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Lights brings laughter

This was the translation of the title of the article about the projectLighten Up Idomeni in the magazine ‘jetzt’. A project which gives back a bit of quality of life for the refugees.

The father of the idea was David Lohmüller, an IHA member who only wanted to spend a week in Idomeni in March 2016. Within a few days he developed his own project together with Petra Voráčková and Erik Marquardt, the project Lighten Up Idomeni.

We supported this project from the very beginning. By the end of April 2016 David, Petra and Erik had to go back home and asked us, the IHA, to take over the project and to keep it alive. There was no question that we would to exactly that, it is a great project.

What is Lighten Up?

Some of th needs of the people in Idomeni are obvious: they need food, sanitation, and weatherproof housing. However, ther is one thing they need even more: a perspective, especially since the closure of the Balkan route. Another thing is also missing when about 12000 people are stuck in a chaotic tent village in the middle of nowhere and that is light.

Besides bonfires and mobile phone lights which need to be charged and queing for this takes hours Idomeni is dark after sun down. The tent is enormous and going to the toilet can be quite a long way. During the night it became obvious that almost no tents had artificial light.
The project Lighten Up consitst of the buying and distribution of solar lights and thus paints a smile on people’s faces.

This is what our member and volunteers David Lohmüller picked up on. With the initiative Lighten Up Idomeni he and his supporters collect donations with which they buy simple solar lights. This was a very spontanous idear but by now they distributed a few thousands lights.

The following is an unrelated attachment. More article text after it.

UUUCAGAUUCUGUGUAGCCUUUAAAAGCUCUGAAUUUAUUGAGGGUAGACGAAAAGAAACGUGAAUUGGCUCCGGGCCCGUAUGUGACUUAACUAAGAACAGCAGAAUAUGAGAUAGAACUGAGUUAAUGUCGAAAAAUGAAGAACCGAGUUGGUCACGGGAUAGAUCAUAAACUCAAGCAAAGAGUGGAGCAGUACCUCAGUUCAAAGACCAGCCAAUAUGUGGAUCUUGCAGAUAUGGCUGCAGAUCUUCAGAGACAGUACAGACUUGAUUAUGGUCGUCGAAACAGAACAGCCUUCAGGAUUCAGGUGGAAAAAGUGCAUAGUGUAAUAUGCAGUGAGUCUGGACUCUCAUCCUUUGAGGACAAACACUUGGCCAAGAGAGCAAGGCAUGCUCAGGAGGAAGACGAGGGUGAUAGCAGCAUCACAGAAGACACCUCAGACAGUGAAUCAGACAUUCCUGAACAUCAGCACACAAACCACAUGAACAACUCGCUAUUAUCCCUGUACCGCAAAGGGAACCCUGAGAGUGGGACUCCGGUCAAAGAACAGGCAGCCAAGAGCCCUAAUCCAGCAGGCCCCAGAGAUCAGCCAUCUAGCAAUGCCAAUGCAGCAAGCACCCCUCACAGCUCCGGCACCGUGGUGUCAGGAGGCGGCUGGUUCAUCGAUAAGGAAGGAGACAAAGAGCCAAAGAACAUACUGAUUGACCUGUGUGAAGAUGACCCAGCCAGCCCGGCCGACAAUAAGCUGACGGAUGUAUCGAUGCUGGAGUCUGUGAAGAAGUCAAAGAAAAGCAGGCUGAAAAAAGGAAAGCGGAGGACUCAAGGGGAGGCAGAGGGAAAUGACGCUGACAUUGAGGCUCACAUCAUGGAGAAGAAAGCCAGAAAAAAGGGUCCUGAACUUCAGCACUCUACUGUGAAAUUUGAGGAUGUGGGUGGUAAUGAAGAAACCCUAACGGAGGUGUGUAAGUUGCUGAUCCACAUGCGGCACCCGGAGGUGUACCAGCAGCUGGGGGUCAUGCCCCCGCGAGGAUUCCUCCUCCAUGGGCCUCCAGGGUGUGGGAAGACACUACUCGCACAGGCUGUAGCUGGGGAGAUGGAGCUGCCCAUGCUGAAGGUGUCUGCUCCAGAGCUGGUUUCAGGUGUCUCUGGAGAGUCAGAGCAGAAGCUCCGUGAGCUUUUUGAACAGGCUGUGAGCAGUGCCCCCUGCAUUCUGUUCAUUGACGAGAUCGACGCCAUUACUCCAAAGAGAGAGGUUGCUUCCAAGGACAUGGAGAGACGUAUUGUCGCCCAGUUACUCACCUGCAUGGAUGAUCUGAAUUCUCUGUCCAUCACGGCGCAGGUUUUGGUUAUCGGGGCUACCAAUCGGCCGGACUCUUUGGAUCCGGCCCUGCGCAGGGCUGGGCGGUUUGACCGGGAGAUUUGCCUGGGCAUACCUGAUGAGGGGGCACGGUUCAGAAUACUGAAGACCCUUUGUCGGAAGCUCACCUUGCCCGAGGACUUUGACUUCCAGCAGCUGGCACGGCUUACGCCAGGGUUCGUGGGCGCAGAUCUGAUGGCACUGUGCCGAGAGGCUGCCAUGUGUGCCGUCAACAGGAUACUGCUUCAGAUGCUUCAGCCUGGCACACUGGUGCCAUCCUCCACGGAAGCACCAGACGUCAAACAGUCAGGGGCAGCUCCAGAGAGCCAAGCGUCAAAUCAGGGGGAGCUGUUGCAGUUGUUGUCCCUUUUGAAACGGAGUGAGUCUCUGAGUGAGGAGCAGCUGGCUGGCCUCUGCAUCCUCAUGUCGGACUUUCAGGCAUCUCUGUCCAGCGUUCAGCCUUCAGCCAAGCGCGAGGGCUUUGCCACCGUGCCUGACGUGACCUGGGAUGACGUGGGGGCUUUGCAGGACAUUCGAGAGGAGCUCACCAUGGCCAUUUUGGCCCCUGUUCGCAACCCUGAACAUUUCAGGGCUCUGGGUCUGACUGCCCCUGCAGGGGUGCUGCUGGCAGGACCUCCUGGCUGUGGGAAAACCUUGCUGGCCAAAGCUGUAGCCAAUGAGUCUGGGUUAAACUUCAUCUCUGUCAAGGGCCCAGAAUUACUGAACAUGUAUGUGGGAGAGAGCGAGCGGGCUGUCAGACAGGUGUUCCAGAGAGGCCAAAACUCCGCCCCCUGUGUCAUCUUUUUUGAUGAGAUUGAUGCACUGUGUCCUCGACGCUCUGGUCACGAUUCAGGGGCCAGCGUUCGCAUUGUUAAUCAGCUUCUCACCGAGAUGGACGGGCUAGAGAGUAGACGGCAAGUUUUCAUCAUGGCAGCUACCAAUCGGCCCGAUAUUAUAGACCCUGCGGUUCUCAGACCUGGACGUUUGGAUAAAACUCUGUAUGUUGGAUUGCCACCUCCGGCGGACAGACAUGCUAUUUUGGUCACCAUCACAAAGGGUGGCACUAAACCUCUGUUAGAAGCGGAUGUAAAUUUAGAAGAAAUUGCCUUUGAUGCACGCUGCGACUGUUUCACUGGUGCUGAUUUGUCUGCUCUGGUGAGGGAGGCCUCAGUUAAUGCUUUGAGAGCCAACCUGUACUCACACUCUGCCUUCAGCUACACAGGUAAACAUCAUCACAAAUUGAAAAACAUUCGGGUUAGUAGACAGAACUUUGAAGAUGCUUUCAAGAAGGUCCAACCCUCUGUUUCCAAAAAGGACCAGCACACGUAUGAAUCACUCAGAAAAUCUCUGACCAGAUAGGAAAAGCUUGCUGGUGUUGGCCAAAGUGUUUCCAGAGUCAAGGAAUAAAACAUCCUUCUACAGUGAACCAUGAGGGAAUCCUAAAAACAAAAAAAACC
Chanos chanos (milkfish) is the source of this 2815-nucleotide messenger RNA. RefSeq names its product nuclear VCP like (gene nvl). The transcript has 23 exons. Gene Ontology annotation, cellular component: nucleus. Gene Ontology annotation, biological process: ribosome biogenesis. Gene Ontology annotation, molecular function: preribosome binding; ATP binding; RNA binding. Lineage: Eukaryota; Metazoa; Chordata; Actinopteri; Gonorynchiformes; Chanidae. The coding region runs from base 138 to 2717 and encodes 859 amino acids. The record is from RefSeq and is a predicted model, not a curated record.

They bought the lights in a small shop near Idomeni and Lohmüller commented that the shop owner must be making the best buisness of his life, at the moment the search is ongoing for a larger shop in Tessaloniki.

The distribution are as fair as possible and volunteers are checking from time to time where the darkes palces in the camp are. Obviously this means to balance the desire to aid with the desire to protect the refugees privacy. Reactions have been absolutely positive with mayn refugees hugging the volunteers. For David an his team the distribution of the lamps means more than practicl help, it is a symbol because 50 percent of the work of the volunteers is interaction and communication. The lamps give us a great entry to start talking to people and to spread good cheer. He said that it works, that the lamps are not only sprading light but also smiles.

If you are interested in more information about David and his activities you can vistit his blog which also has great photos http://davidlohmueller.com/lighten-up/.Furthermore, David also made some great videos one of which you can view here. Thanks David!